4. Don't be afraid to bring in some of your own recordings
If you've been experimenting with recording at home – or maybe even made some cool demos in advance of your session – then you should bring them in as either references or as something to include on the album. Whether it's some weird textures or a killer guitar idea, if you have a good performance that's captured in cool way, then there's a good chance you can include it on the album – especially if you're recording digitally. Home recording can also be helpful as a way to save studio time. Feeling pressure to get that guitar just right? Feeling shy about performing your vocal? Give it a try at home and move on to the next task.
5. Bring references
Whether you're looking to set a certain mood or looking for a specific production technique, words can fail to express what you want to happen during a particular session. But you don't have to be flummoxed by not speaking the language of trained musicians or producers – and this is where having songs or albums for reference can come in handy. You shouldn't only have these handy for your initial talks with your producer/engineer but during the sessions as well. It may feel like cheating, but hey, great artists steal. Or, to put it another way, would you rather spend 30 minutes waxing poetic about drum sounds or just play that Zeppelin track and move on to guitar solos?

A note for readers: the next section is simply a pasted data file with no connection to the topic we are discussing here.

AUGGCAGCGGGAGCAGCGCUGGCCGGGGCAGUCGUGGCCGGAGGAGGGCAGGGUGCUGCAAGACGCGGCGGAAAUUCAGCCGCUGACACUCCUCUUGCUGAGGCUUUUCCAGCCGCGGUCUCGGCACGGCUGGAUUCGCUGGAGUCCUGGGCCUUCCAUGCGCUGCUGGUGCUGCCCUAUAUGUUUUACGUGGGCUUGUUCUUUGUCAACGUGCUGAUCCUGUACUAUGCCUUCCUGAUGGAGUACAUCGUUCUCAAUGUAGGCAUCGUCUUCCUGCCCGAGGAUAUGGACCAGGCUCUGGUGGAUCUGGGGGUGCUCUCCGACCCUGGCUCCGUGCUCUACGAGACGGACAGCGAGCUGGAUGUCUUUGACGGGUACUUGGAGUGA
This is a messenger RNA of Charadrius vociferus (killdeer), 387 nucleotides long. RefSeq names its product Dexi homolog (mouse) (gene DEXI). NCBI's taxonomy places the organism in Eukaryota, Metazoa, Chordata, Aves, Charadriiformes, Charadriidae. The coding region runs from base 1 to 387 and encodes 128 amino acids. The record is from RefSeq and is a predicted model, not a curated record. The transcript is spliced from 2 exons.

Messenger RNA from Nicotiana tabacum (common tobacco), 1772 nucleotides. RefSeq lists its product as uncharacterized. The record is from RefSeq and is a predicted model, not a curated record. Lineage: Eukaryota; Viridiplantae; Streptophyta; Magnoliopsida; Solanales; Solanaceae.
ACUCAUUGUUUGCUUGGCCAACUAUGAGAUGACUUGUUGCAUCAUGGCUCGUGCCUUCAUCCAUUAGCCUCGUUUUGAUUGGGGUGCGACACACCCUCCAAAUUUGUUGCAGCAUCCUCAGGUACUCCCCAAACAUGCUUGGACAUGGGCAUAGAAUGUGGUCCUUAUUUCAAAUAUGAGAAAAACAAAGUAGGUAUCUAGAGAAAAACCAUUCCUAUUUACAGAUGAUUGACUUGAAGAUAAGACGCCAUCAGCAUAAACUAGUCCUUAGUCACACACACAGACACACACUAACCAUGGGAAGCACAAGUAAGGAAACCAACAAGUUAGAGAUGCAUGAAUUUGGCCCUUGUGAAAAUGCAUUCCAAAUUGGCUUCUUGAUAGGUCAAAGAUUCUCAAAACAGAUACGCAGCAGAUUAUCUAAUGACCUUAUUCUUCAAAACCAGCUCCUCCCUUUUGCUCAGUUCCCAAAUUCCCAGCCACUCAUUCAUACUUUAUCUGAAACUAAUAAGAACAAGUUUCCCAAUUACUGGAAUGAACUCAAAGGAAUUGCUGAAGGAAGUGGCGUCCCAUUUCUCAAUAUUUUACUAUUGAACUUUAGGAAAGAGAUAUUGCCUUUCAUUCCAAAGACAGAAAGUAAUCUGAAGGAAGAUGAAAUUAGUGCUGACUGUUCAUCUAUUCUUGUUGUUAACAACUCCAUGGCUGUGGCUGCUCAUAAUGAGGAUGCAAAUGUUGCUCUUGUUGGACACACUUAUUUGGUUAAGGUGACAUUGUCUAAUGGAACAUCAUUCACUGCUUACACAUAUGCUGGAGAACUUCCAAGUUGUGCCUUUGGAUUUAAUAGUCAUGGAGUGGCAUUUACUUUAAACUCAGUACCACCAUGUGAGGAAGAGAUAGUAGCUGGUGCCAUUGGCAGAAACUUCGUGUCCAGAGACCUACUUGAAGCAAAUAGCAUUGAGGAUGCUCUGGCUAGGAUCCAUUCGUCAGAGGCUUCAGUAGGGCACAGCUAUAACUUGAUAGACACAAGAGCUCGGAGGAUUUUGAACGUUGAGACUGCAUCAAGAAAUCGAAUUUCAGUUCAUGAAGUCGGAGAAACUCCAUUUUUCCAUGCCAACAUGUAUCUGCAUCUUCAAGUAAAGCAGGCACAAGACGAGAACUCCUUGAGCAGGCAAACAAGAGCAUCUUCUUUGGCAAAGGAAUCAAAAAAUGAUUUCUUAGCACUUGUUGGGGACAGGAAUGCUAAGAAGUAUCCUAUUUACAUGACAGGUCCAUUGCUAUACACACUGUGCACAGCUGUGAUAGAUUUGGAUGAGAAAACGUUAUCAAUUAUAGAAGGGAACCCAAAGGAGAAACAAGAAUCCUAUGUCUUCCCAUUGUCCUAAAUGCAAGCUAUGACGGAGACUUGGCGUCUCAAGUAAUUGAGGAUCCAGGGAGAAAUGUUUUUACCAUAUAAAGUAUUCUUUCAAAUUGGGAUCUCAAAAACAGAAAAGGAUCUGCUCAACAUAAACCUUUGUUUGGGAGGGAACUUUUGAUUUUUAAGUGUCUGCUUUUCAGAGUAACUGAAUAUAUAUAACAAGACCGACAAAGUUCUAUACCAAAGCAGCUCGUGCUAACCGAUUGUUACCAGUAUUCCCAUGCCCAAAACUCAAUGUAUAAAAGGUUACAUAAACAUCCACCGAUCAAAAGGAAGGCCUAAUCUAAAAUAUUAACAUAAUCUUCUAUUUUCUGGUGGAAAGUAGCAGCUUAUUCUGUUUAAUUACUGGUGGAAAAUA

6. Don’t get all f*&#ed up
We get it: you're in a rock band. Well listen, buddy, rock music is filled with myths and bullshit. And while the music business is populated by some undeniable drug sponges, you're not at a studio to sit around and get smashed. You've got a job to do, and so does everyone else. That job is not to be your babysitter or hold your hair back while you destroy the studio's only toilet. There's nothing wrong with getting lubricated, but rendering yourself useless isn't helping your cause. And, let's be honest, it's a boring cliché. Track your parts and move on. Party once you've captured something worth celebrating.